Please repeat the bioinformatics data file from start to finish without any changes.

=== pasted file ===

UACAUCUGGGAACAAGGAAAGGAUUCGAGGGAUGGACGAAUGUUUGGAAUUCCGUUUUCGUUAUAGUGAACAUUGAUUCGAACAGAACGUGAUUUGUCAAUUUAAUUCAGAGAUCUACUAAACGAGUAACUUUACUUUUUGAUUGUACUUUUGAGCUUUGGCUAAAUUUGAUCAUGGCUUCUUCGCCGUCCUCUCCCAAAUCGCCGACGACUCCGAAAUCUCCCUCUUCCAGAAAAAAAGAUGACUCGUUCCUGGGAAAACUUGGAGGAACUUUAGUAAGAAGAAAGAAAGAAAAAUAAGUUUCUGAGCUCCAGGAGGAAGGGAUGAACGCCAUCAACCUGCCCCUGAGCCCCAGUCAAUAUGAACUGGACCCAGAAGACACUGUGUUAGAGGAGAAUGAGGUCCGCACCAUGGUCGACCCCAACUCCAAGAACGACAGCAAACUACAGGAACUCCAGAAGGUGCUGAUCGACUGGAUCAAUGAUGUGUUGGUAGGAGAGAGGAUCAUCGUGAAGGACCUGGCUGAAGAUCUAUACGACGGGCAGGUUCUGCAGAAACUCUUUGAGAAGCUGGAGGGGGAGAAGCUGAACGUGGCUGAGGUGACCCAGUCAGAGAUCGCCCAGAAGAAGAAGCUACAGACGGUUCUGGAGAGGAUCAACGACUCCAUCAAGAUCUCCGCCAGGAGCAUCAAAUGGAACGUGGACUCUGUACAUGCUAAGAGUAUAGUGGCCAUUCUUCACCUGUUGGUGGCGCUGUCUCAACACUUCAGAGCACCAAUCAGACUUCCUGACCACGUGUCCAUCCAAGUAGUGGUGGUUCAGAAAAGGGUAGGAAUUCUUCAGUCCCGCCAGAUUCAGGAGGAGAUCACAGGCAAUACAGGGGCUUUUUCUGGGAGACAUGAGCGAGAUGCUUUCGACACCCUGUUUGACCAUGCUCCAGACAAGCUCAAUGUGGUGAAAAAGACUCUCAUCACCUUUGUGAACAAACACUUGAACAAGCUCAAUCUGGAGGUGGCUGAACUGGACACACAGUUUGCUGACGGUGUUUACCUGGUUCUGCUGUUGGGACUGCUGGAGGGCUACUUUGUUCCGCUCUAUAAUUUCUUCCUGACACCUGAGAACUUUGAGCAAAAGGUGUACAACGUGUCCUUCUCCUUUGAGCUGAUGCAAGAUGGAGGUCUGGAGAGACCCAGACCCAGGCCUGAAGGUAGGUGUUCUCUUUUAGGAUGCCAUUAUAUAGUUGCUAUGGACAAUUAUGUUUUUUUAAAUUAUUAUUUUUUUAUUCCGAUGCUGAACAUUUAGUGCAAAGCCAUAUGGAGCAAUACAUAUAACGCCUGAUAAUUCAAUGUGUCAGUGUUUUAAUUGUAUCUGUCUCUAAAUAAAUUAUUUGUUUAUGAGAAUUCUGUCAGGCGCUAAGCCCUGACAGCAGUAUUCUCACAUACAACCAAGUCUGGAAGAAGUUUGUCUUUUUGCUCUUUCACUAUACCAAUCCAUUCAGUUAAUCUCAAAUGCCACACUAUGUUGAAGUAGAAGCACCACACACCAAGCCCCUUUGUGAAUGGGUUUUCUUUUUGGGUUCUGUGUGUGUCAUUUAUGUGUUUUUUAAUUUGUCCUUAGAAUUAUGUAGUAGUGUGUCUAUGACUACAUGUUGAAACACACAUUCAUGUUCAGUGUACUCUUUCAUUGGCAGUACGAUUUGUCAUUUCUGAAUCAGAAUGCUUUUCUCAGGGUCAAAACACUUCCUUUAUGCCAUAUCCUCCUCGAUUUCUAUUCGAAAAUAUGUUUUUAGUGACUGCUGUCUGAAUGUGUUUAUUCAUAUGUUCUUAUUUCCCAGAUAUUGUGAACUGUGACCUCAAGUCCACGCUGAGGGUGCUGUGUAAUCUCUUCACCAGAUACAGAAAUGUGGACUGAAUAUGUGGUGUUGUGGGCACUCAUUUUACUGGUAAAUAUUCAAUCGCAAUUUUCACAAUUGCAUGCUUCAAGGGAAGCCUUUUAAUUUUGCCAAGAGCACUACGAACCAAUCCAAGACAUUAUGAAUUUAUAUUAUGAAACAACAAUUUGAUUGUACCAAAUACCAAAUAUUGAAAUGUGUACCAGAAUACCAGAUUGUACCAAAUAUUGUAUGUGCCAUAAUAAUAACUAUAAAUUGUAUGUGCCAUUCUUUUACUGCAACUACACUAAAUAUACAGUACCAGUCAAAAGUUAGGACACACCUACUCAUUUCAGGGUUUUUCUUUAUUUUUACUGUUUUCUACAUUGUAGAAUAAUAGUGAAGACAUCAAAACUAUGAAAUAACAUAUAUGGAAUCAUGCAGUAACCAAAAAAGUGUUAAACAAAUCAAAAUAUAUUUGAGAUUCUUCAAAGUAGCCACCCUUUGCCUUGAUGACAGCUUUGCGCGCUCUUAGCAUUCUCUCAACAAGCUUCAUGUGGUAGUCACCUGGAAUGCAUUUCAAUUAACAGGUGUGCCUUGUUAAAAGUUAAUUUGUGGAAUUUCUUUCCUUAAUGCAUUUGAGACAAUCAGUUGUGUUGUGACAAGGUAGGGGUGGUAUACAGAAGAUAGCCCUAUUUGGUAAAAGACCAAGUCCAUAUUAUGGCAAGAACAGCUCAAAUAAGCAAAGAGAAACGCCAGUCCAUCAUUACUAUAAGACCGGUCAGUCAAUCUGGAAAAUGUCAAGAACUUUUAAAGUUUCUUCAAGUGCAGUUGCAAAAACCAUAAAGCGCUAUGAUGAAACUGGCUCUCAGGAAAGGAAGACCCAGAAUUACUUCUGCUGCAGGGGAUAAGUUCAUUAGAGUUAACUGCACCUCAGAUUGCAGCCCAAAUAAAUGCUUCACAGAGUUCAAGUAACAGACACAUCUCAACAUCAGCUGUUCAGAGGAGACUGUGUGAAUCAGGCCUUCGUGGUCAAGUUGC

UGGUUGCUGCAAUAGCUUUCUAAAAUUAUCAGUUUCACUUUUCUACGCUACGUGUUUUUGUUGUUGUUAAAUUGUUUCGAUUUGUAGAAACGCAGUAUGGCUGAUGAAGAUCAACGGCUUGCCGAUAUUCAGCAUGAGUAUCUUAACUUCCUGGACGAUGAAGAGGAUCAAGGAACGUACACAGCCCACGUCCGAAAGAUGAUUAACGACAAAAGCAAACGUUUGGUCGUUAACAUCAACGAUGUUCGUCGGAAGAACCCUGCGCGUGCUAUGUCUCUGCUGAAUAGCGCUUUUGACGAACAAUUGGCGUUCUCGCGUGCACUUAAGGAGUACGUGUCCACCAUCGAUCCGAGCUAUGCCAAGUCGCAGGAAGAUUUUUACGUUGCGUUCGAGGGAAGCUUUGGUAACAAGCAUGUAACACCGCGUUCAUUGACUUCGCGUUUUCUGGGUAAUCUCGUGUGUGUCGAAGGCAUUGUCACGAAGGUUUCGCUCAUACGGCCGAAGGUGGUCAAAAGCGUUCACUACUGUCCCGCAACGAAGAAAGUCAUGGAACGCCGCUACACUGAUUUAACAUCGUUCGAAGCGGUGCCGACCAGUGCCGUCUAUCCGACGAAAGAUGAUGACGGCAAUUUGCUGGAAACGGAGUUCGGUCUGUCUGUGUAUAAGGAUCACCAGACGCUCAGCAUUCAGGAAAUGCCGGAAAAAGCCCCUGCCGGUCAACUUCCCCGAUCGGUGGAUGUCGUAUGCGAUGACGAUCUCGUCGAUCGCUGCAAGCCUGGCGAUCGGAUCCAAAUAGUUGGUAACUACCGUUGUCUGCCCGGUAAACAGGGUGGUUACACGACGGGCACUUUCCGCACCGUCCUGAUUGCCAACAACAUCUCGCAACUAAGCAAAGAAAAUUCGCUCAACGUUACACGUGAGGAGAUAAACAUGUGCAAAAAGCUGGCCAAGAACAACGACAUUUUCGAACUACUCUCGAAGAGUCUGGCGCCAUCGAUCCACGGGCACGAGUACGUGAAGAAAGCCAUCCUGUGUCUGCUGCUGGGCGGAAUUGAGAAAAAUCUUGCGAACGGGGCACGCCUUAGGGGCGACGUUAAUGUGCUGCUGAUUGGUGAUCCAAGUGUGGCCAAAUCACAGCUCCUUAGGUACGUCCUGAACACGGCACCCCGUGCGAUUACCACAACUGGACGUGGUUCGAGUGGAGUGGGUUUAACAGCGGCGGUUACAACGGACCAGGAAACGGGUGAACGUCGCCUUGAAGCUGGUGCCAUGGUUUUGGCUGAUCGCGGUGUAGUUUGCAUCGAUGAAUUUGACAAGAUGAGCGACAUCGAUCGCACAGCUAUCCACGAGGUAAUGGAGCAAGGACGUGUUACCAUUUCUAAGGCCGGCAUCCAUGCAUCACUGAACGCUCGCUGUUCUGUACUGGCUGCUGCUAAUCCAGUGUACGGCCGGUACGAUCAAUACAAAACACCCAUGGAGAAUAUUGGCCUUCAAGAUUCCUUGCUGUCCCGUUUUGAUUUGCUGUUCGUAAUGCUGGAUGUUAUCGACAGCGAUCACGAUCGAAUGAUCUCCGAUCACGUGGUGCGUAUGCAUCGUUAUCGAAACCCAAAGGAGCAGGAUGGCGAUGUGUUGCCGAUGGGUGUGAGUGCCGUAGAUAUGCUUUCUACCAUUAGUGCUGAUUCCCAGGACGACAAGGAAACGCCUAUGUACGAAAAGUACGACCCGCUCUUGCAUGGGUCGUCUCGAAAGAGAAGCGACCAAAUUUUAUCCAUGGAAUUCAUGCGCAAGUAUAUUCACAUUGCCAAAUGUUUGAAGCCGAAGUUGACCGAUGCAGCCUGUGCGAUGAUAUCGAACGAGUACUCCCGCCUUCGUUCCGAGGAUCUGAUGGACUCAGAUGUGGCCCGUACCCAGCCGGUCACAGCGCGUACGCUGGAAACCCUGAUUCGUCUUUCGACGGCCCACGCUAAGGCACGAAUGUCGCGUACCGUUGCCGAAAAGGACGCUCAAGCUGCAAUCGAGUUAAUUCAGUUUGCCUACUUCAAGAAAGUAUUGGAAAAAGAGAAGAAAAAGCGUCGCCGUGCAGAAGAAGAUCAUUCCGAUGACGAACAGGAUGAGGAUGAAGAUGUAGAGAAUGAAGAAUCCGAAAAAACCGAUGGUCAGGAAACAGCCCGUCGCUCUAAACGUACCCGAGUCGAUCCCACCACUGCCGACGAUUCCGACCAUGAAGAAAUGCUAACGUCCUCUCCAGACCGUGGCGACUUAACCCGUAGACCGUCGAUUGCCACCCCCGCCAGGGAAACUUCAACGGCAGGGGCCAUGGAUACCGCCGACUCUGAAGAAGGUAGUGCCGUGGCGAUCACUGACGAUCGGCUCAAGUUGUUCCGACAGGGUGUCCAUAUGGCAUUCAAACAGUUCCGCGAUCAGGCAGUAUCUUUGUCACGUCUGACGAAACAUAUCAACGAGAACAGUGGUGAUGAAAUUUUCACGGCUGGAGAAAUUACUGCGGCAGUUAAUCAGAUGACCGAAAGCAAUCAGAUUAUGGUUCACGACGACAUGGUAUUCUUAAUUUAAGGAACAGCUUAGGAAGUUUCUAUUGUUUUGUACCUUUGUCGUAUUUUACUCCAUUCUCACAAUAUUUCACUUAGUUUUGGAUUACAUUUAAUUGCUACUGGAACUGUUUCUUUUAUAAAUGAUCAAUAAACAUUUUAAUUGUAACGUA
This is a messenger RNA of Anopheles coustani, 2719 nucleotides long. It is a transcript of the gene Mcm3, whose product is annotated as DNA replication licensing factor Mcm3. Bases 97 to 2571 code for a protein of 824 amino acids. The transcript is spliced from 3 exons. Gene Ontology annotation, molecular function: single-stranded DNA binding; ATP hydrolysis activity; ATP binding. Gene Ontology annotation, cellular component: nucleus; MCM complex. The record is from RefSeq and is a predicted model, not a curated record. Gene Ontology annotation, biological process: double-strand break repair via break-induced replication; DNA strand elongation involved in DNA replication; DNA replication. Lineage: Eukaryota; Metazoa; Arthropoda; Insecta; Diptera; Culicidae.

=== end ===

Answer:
UACAUCUGGGAACAAGGAAAGGAUUCGAGGGAUGGACGAAUGUUUGGAAUUCCGUUUUCGUUAUAGUGAACAUUGAUUCGAACAGAACGUGAUUUGUCAAUUUAAUUCAGAGAUCUACUAAACGAGUAACUUUACUUUUUGAUUGUACUUUUGAGCUUUGGCUAAAUUUGAUCAUGGCUUCUUCGCCGUCCUCUCCCAAAUCGCCGACGACUCCGAAAUCUCCCUCUUCCAGAAAAAAAGAUGACUCGUUCCUGGGAAAACUUGGAGGAACUUUAGUAAGAAGAAAGAAAGAAAAAUAAGUUUCUGAGCUCCAGGAGGAAGGGAUGAACGCCAUCAACCUGCCCCUGAGCCCCAGUCAAUAUGAACUGGACCCAGAAGACACUGUGUUAGAGGAGAAUGAGGUCCGCACCAUGGUCGACCCCAACUCCAAGAACGACAGCAAACUACAGGAACUCCAGAAGGUGCUGAUCGACUGGAUCAAUGAUGUGUUGGUAGGAGAGAGGAUCAUCGUGAAGGACCUGGCUGAAGAUCUAUACGACGGGCAGGUUCUGCAGAAACUCUUUGAGAAGCUGGAGGGGGAGAAGCUGAACGUGGCUGAGGUGACCCAGUCAGAGAUCGCCCAGAAGAAGAAGCUACAGACGGUUCUGGAGAGGAUCAACGACUCCAUCAAGAUCUCCGCCAGGAGCAUCAAAUGGAACGUGGACUCUGUACAUGCUAAGAGUAUAGUGGCCAUUCUUCACCUGUUGGUGGCGCUGUCUCAACACUUCAGAGCACCAAUCAGACUUCCUGACCACGUGUCCAUCCAAGUAGUGGUGGUUCAGAAAAGGGUAGGAAUUCUUCAGUCCCGCCAGAUUCAGGAGGAGAUCACAGGCAAUACAGGGGCUUUUUCUGGGAGACAUGAGCGAGAUGCUUUCGACACCCUGUUUGACCAUGCUCCAGACAAGCUCAAUGUGGUGAAAAAGACUCUCAUCACCUUUGUGAACAAACACUUGAACAAGCUCAAUCUGGAGGUGGCUGAACUGGACACACAGUUUGCUGACGGUGUUUACCUGGUUCUGCUGUUGGGACUGCUGGAGGGCUACUUUGUUCCGCUCUAUAAUUUCUUCCUGACACCUGAGAACUUUGAGCAAAAGGUGUACAACGUGUCCUUCUCCUUUGAGCUGAUGCAAGAUGGAGGUCUGGAGAGACCCAGACCCAGGCCUGAAGGUAGGUGUUCUCUUUUAGGAUGCCAUUAUAUAGUUGCUAUGGACAAUUAUGUUUUUUUAAAUUAUUAUUUUUUUAUUCCGAUGCUGAACAUUUAGUGCAAAGCCAUAUGGAGCAAUACAUAUAACGCCUGAUAAUUCAAUGUGUCAGUGUUUUAAUUGUAUCUGUCUCUAAAUAAAUUAUUUGUUUAUGAGAAUUCUGUCAGGCGCUAAGCCCUGACAGCAGUAUUCUCACAUACAACCAAGUCUGGAAGAAGUUUGUCUUUUUGCUCUUUCACUAUACCAAUCCAUUCAGUUAAUCUCAAAUGCCACACUAUGUUGAAGUAGAAGCACCACACACCAAGCCCCUUUGUGAAUGGGUUUUCUUUUUGGGUUCUGUGUGUGUCAUUUAUGUGUUUUUUAAUUUGUCCUUAGAAUUAUGUAGUAGUGUGUCUAUGACUACAUGUUGAAACACACAUUCAUGUUCAGUGUACUCUUUCAUUGGCAGUACGAUUUGUCAUUUCUGAAUCAGAAUGCUUUUCUCAGGGUCAAAACACUUCCUUUAUGCCAUAUCCUCCUCGAUUUCUAUUCGAAAAUAUGUUUUUAGUGACUGCUGUCUGAAUGUGUUUAUUCAUAUGUUCUUAUUUCCCAGAUAUUGUGAACUGUGACCUCAAGUCCACGCUGAGGGUGCUGUGUAAUCUCUUCACCAGAUACAGAAAUGUGGACUGAAUAUGUGGUGUUGUGGGCACUCAUUUUACUGGUAAAUAUUCAAUCGCAAUUUUCACAAUUGCAUGCUUCAAGGGAAGCCUUUUAAUUUUGCCAAGAGCACUACGAACCAAUCCAAGACAUUAUGAAUUUAUAUUAUGAAACAACAAUUUGAUUGUACCAAAUACCAAAUAUUGAAAUGUGUACCAGAAUACCAGAUUGUACCAAAUAUUGUAUGUGCCAUAAUAAUAACUAUAAAUUGUAUGUGCCAUUCUUUUACUGCAACUACACUAAAUAUACAGUACCAGUCAAAAGUUAGGACACACCUACUCAUUUCAGGGUUUUUCUUUAUUUUUACUGUUUUCUACAUUGUAGAAUAAUAGUGAAGACAUCAAAACUAUGAAAUAACAUAUAUGGAAUCAUGCAGUAACCAAAAAAGUGUUAAACAAAUCAAAAUAUAUUUGAGAUUCUUCAAAGUAGCCACCCUUUGCCUUGAUGACAGCUUUGCGCGCUCUUAGCAUUCUCUCAACAAGCUUCAUGUGGUAGUCACCUGGAAUGCAUUUCAAUUAACAGGUGUGCCUUGUUAAAAGUUAAUUUGUGGAAUUUCUUUCCUUAAUGCAUUUGAGACAAUCAGUUGUGUUGUGACAAGGUAGGGGUGGUAUACAGAAGAUAGCCCUAUUUGGUAAAAGACCAAGUCCAUAUUAUGGCAAGAACAGCUCAAAUAAGCAAAGAGAAACGCCAGUCCAUCAUUACUAUAAGACCGGUCAGUCAAUCUGGAAAAUGUCAAGAACUUUUAAAGUUUCUUCAAGUGCAGUUGCAAAAACCAUAAAGCGCUAUGAUGAAACUGGCUCUCAGGAAAGGAAGACCCAGAAUUACUUCUGCUGCAGGGGAUAAGUUCAUUAGAGUUAACUGCACCUCAGAUUGCAGCCCAAAUAAAUGCUUCACAGAGUUCAAGUAACAGACACAUCUCAACAUCAGCUGUUCAGAGGAGACUGUGUGAAUCAGGCCUUCGUGGUCAAGUUGC

UGGUUGCUGCAAUAGCUUUCUAAAAUUAUCAGUUUCACUUUUCUACGCUACGUGUUUUUGUUGUUGUUAAAUUGUUUCGAUUUGUAGAAACGCAGUAUGGCUGAUGAAGAUCAACGGCUUGCCGAUAUUCAGCAUGAGUAUCUUAACUUCCUGGACGAUGAAGAGGAUCAAGGAACGUACACAGCCCACGUCCGAAAGAUGAUUAACGACAAAAGCAAACGUUUGGUCGUUAACAUCAACGAUGUUCGUCGGAAGAACCCUGCGCGUGCUAUGUCUCUGCUGAAUAGCGCUUUUGACGAACAAUUGGCGUUCUCGCGUGCACUUAAGGAGUACGUGUCCACCAUCGAUCCGAGCUAUGCCAAGUCGCAGGAAGAUUUUUACGUUGCGUUCGAGGGAAGCUUUGGUAACAAGCAUGUAACACCGCGUUCAUUGACUUCGCGUUUUCUGGGUAAUCUCGUGUGUGUCGAAGGCAUUGUCACGAAGGUUUCGCUCAUACGGCCGAAGGUGGUCAAAAGCGUUCACUACUGUCCCGCAACGAAGAAAGUCAUGGAACGCCGCUACACUGAUUUAACAUCGUUCGAAGCGGUGCCGACCAGUGCCGUCUAUCCGACGAAAGAUGAUGACGGCAAUUUGCUGGAAACGGAGUUCGGUCUGUCUGUGUAUAAGGAUCACCAGACGCUCAGCAUUCAGGAAAUGCCGGAAAAAGCCCCUGCCGGUCAACUUCCCCGAUCGGUGGAUGUCGUAUGCGAUGACGAUCUCGUCGAUCGCUGCAAGCCUGGCGAUCGGAUCCAAAUAGUUGGUAACUACCGUUGUCUGCCCGGUAAACAGGGUGGUUACACGACGGGCACUUUCCGCACCGUCCUGAUUGCCAACAACAUCUCGCAACUAAGCAAAGAAAAUUCGCUCAACGUUACACGUGAGGAGAUAAACAUGUGCAAAAAGCUGGCCAAGAACAACGACAUUUUCGAACUACUCUCGAAGAGUCUGGCGCCAUCGAUCCACGGGCACGAGUACGUGAAGAAAGCCAUCCUGUGUCUGCUGCUGGGCGGAAUUGAGAAAAAUCUUGCGAACGGGGCACGCCUUAGGGGCGACGUUAAUGUGCUGCUGAUUGGUGAUCCAAGUGUGGCCAAAUCACAGCUCCUUAGGUACGUCCUGAACACGGCACCCCGUGCGAUUACCACAACUGGACGUGGUUCGAGUGGAGUGGGUUUAACAGCGGCGGUUACAACGGACCAGGAAACGGGUGAACGUCGCCUUGAAGCUGGUGCCAUGGUUUUGGCUGAUCGCGGUGUAGUUUGCAUCGAUGAAUUUGACAAGAUGAGCGACAUCGAUCGCACAGCUAUCCACGAGGUAAUGGAGCAAGGACGUGUUACCAUUUCUAAGGCCGGCAUCCAUGCAUCACUGAACGCUCGCUGUUCUGUACUGGCUGCUGCUAAUCCAGUGUACGGCCGGUACGAUCAAUACAAAACACCCAUGGAGAAUAUUGGCCUUCAAGAUUCCUUGCUGUCCCGUUUUGAUUUGCUGUUCGUAAUGCUGGAUGUUAUCGACAGCGAUCACGAUCGAAUGAUCUCCGAUCACGUGGUGCGUAUGCAUCGUUAUCGAAACCCAAAGGAGCAGGAUGGCGAUGUGUUGCCGAUGGGUGUGAGUGCCGUAGAUAUGCUUUCUACCAUUAGUGCUGAUUCCCAGGACGACAAGGAAACGCCUAUGUACGAAAAGUACGACCCGCUCUUGCAUGGGUCGUCUCGAAAGAGAAGCGACCAAAUUUUAUCCAUGGAAUUCAUGCGCAAGUAUAUUCACAUUGCCAAAUGUUUGAAGCCGAAGUUGACCGAUGCAGCCUGUGCGAUGAUAUCGAACGAGUACUCCCGCCUUCGUUCCGAGGAUCUGAUGGACUCAGAUGUGGCCCGUACCCAGCCGGUCACAGCGCGUACGCUGGAAACCCUGAUUCGUCUUUCGACGGCCCACGCUAAGGCACGAAUGUCGCGUACCGUUGCCGAAAAGGACGCUCAAGCUGCAAUCGAGUUAAUUCAGUUUGCCUACUUCAAGAAAGUAUUGGAAAAAGAGAAGAAAAAGCGUCGCCGUGCAGAAGAAGAUCAUUCCGAUGACGAACAGGAUGAGGAUGAAGAUGUAGAGAAUGAAGAAUCCGAAAAAACCGAUGGUCAGGAAACAGCCCGUCGCUCUAAACGUACCCGAGUCGAUCCCACCACUGCCGACGAUUCCGACCAUGAAGAAAUGCUAACGUCCUCUCCAGACCGUGGCGACUUAACCCGUAGACCGUCGAUUGCCACCCCCGCCAGGGAAACUUCAACGGCAGGGGCCAUGGAUACCGCCGACUCUGAAGAAGGUAGUGCCGUGGCGAUCACUGACGAUCGGCUCAAGUUGUUCCGACAGGGUGUCCAUAUGGCAUUCAAACAGUUCCGCGAUCAGGCAGUAUCUUUGUCACGUCUGACGAAACAUAUCAACGAGAACAGUGGUGAUGAAAUUUUCACGGCUGGAGAAAUUACUGCGGCAGUUAAUCAGAUGACCGAAAGCAAUCAGAUUAUGGUUCACGACGACAUGGUAUUCUUAAUUUAAGGAACAGCUUAGGAAGUUUCUAUUGUUUUGUACCUUUGUCGUAUUUUACUCCAUUCUCACAAUAUUUCACUUAGUUUUGGAUUACAUUUAAUUGCUACUGGAACUGUUUCUUUUAUAAAUGAUCAAUAAACAUUUUAAUUGUAACGUA
This is a messenger RNA of Anopheles coustani, 2719 nucleotides long. It is a transcript of the gene Mcm3, whose product is annotated as DNA replication licensing factor Mcm3. Bases 97 to 2571 code for a protein of 824 amino acids. The transcript is spliced from 3 exons. Gene Ontology annotation, molecular function: single-stranded DNA binding; ATP hydrolysis activity; ATP binding. Gene Ontology annotation, cellular component: nucleus; MCM complex. The record is from RefSeq and is a predicted model, not a curated record. Gene Ontology annotation, biological process: double-strand break repair via break-induced replication; DNA strand elongation involved in DNA replication; DNA replication. Lineage: Eukaryota; Metazoa; Arthropoda; Insecta; Diptera; Culicidae.